WATCH: War-torn Ukrainian city faces dire shortage of clean drinking water
Ukrainian forces said on Thursday they had beaten back a Russian attack in the southern region of Kherson, while shelling by Kremlin forces in Kharkiv in Ukraine’s north killed seven people as the near six-month war grinds on with no let up in fighting.
U.N. Secretary-General Antonio Guterres will meet Ukrainian President Volodymyr Zelenskyy and Turkish President Tayyip Erdogan later on Thursday in the western Ukrainian city of Lviv.
They will discuss finding a political solution to the conflict with Russia and address the threat to global food supplies and risk of a disaster at Europe’s largest nuclear power plant, which has been taken over by Russian forces.
The war has caused millions to flee, killed thousands and deepened a geopolitical rift between the West and Russia, which says the aim of its operation is to demilitarize its neighbor and protect Russian-speaking communities.
“Russian forces have achieved only minimal advances, and in some cases we have advanced, since last month,” Ukrainian presidential adviser Oleksiy Arestovych said in a video. “What we are seeing is a ‘strategic deadlock.'”
Russian bombardments in a residential area of Kharkiv, Ukraine’s second-biggest city, on Wednesday evening killed seven people and injured 16, the Ukrainian Emergencies Service said.
“This is a devious and cynical strike on civilians with no justification,” Zelenskyy said on the Telegram messaging app.
In the south, Ukrainian forces routed an attempted advance by Russian forces near the town of Bilohirka, northeast of Kherson, Ukrainian military analyst Oleh Zhdanov said.
The south district of the Operational Command of the Ukrainian armed forces said Ukrainian forces killed 29 “occupiers” as well as destroying artillery, armored vehicles and a military supply depot.
Reuters was not able to independently confirm the battlefield reports.
The United States, Albania, France, Ireland, Norway and Britain have asked the U.N. Security Council to meet on Aug. 24 to discuss the impact of the war in Ukraine, diplomats said, marking the six-month anniversary of Russia’s invasion.
A series of blasts at military bases and ammunition depots in the past week in Crimea, the Black Sea peninsula annexed by Russia in 2014, has suggested a shift in the conflict, with Ukraine apparently capable of striking deeper into Russian-occupied territory.
Moscow has blamed saboteurs for the attacks, while Ukraine has not officially taken responsibility but has hinted at it.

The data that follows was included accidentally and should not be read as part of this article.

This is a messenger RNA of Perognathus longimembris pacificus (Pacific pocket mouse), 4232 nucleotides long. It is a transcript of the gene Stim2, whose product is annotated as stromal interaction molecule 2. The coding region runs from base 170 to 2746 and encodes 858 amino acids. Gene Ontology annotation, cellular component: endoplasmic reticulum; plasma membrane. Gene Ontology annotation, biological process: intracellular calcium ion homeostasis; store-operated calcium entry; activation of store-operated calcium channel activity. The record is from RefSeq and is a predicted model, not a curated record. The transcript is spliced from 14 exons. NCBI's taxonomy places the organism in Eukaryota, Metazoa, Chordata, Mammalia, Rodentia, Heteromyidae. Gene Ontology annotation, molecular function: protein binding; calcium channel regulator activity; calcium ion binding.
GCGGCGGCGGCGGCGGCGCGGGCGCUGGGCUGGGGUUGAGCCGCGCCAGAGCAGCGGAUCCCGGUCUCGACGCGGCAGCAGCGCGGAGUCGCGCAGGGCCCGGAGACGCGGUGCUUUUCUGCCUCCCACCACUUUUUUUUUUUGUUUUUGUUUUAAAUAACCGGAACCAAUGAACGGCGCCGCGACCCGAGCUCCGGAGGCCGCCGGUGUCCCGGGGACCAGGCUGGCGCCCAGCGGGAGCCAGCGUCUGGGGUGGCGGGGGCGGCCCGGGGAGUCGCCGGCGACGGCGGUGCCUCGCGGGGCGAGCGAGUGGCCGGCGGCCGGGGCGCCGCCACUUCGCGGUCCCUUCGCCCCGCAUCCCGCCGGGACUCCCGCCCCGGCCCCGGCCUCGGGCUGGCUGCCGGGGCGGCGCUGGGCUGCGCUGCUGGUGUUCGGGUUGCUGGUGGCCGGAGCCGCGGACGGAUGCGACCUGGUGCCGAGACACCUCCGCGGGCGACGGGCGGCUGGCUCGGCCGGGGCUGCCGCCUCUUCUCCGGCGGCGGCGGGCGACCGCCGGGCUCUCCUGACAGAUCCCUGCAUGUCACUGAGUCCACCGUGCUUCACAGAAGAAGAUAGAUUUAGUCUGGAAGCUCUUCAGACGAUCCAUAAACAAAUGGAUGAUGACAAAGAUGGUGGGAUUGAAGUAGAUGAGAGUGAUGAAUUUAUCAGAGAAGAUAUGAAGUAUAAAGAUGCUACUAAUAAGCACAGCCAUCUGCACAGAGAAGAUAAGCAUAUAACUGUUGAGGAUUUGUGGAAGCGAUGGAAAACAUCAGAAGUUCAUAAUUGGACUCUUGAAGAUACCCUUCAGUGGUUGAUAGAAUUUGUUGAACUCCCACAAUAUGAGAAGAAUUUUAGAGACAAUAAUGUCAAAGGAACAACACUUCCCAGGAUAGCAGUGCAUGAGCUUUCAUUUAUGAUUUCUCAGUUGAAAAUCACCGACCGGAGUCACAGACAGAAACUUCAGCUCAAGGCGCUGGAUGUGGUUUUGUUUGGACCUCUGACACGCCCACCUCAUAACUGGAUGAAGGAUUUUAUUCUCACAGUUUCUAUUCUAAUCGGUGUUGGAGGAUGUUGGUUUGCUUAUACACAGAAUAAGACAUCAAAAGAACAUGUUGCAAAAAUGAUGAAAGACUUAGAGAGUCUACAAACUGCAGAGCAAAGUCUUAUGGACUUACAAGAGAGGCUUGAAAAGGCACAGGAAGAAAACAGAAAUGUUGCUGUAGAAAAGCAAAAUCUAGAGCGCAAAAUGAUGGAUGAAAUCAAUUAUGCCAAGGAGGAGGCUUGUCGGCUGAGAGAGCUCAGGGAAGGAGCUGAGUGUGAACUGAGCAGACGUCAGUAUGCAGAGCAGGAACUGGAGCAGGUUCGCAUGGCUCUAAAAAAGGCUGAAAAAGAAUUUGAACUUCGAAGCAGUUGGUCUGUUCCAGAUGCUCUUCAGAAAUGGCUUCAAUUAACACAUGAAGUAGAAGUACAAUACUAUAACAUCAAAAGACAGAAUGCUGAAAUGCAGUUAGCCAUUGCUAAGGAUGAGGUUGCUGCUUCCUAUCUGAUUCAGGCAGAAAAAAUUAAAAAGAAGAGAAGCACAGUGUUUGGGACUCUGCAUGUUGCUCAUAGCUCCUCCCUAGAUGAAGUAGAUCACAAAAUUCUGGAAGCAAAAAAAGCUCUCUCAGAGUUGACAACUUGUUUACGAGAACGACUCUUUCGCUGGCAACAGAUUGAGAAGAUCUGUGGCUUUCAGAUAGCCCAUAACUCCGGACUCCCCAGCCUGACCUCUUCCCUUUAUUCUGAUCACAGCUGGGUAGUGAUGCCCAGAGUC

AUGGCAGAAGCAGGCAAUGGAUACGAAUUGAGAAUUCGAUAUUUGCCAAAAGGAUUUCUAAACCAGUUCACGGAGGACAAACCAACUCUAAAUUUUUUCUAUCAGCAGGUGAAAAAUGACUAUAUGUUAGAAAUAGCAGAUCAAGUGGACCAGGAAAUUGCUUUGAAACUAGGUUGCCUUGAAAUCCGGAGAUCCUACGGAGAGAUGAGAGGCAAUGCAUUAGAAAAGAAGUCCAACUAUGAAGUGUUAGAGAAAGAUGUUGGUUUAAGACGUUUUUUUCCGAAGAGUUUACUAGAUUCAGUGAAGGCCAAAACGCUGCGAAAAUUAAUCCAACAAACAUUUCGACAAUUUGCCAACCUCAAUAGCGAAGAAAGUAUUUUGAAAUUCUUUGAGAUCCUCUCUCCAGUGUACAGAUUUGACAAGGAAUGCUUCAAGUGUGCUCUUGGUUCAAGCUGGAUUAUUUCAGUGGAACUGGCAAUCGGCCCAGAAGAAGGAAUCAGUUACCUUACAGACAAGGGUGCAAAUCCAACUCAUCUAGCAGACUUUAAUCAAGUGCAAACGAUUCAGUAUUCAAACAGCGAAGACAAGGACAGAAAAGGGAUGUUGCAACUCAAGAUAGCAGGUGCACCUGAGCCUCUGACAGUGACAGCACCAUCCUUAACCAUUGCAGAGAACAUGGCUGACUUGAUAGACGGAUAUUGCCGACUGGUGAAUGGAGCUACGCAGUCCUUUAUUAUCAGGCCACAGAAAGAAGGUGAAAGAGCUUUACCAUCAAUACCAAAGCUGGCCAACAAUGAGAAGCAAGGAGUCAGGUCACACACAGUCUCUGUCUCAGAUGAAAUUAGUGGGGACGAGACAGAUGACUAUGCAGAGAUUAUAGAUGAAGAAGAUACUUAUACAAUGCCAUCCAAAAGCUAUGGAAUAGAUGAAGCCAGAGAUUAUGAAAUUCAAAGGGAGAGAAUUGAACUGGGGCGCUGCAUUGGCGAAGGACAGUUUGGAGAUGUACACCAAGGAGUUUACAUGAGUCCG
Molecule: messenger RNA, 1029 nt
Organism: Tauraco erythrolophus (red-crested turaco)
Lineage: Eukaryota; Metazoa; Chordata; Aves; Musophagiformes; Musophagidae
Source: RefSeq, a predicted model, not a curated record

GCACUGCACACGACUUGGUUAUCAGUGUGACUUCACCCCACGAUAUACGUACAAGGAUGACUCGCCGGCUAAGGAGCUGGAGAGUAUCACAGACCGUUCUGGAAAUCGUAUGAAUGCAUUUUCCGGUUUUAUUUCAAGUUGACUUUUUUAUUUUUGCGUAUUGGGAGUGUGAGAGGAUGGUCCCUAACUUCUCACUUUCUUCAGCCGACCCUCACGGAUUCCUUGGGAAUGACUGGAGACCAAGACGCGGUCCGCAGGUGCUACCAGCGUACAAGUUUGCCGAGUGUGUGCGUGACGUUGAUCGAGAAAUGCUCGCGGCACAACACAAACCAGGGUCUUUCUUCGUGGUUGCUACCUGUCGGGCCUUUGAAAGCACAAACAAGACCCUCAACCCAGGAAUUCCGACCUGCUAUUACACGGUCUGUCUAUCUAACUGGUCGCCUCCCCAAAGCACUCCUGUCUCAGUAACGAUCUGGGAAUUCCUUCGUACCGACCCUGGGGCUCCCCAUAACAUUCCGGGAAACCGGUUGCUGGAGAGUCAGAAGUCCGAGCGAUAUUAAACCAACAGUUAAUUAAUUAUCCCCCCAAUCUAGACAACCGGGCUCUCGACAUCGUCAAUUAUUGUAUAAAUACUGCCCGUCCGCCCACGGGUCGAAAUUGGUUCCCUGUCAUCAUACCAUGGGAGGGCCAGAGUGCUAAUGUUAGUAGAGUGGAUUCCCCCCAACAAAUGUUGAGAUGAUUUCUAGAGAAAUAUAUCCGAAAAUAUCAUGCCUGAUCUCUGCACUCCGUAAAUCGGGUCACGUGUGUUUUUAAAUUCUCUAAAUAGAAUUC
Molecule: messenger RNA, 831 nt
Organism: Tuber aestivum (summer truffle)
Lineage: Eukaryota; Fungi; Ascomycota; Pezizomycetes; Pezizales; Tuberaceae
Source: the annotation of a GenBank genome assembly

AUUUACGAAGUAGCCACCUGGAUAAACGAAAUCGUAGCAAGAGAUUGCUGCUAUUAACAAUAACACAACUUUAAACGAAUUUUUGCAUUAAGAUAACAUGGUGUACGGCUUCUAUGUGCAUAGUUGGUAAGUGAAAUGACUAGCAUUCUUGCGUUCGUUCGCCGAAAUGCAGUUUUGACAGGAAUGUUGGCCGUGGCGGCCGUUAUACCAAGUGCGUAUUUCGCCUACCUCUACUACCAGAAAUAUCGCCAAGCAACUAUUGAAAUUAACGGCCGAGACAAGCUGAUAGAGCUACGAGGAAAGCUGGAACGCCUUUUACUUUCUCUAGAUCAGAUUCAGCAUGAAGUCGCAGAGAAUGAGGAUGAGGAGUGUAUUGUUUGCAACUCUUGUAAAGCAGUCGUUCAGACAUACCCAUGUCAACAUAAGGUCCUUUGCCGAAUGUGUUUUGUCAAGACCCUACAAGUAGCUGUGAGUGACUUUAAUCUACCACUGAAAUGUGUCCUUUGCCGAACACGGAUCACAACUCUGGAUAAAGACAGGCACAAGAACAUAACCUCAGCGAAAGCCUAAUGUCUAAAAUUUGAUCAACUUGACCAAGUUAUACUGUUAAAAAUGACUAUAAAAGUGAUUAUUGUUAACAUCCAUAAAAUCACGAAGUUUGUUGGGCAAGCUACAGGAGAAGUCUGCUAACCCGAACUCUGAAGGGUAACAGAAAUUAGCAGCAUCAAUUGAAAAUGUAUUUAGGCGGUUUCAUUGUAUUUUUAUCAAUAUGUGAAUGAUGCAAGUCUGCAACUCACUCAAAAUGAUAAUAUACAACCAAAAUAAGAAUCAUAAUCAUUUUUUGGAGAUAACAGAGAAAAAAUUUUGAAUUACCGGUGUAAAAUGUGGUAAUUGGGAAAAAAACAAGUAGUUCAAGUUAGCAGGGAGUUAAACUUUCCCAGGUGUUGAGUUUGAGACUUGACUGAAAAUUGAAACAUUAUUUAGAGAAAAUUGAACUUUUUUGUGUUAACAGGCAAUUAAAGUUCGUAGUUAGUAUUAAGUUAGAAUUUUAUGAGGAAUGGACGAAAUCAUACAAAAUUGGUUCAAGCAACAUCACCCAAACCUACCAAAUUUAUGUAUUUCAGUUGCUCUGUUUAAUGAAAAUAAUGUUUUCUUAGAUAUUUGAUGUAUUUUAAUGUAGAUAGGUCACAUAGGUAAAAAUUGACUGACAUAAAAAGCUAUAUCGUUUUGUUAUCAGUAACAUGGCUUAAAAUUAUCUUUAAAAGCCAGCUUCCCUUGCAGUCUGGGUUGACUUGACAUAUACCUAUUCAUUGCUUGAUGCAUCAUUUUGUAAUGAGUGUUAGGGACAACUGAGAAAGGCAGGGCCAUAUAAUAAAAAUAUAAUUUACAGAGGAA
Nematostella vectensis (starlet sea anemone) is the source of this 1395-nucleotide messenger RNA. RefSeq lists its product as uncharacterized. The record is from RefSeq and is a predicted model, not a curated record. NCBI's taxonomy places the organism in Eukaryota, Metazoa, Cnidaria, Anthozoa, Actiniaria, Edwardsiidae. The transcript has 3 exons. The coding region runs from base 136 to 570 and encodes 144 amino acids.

Ukrainian military intelligence said in a statement that after the recent explosions in Crimea, Russian forces had urgently moved some of their planes and helicopters deeper into the peninsula and to airfields inside Russia. Reuters could not independently verify the information.
On Wednesday, Russia’s RIA news agency cited sources as saying the commander of its Black Sea fleet, Igor Osipov, had been replaced with a new chief, Viktor Sokolov.
If confirmed, the move would mark one of the most prominent sackings of a military official so far in a war in which Russia has suffered heavy losses in men and equipment.
The Black Sea Fleet, which has a revered history in Russia, has suffered several humiliations since President Vladimir Putin launched the invasion of Ukraine – which Moscow calls a “special military operation” – on Feb. 24.
In April, Ukraine struck Russia’s flagship the Moskva, a huge cruiser, with Neptune missiles. It became the biggest warship to be sunk in combat for 40 years.
Crimea provides the main supply route for Russian forces in southern Ukraine, where Kyiv is planning a counter-offensive in coming weeks.
The Black Sea Fleet has also blockaded Ukraine’s ports since the start of the war, trapping vital grain exports, which are only now starting to move again, and sending global food prices soaring.
Three more ships with exports left Ukraine’s Black Sea ports on Wednesday, a monitoring group said, bringing the number of vessels to leave Ukraine under a U.N.-brokered grain export deal to 24.
The government in Kyiv has said it hoped to increase the monthly volume of sea exports to 3 million tonnes in the near future in order to clear a backlog of 18 million tonnes of grains left over from last year’s harvest and start selling new crops.
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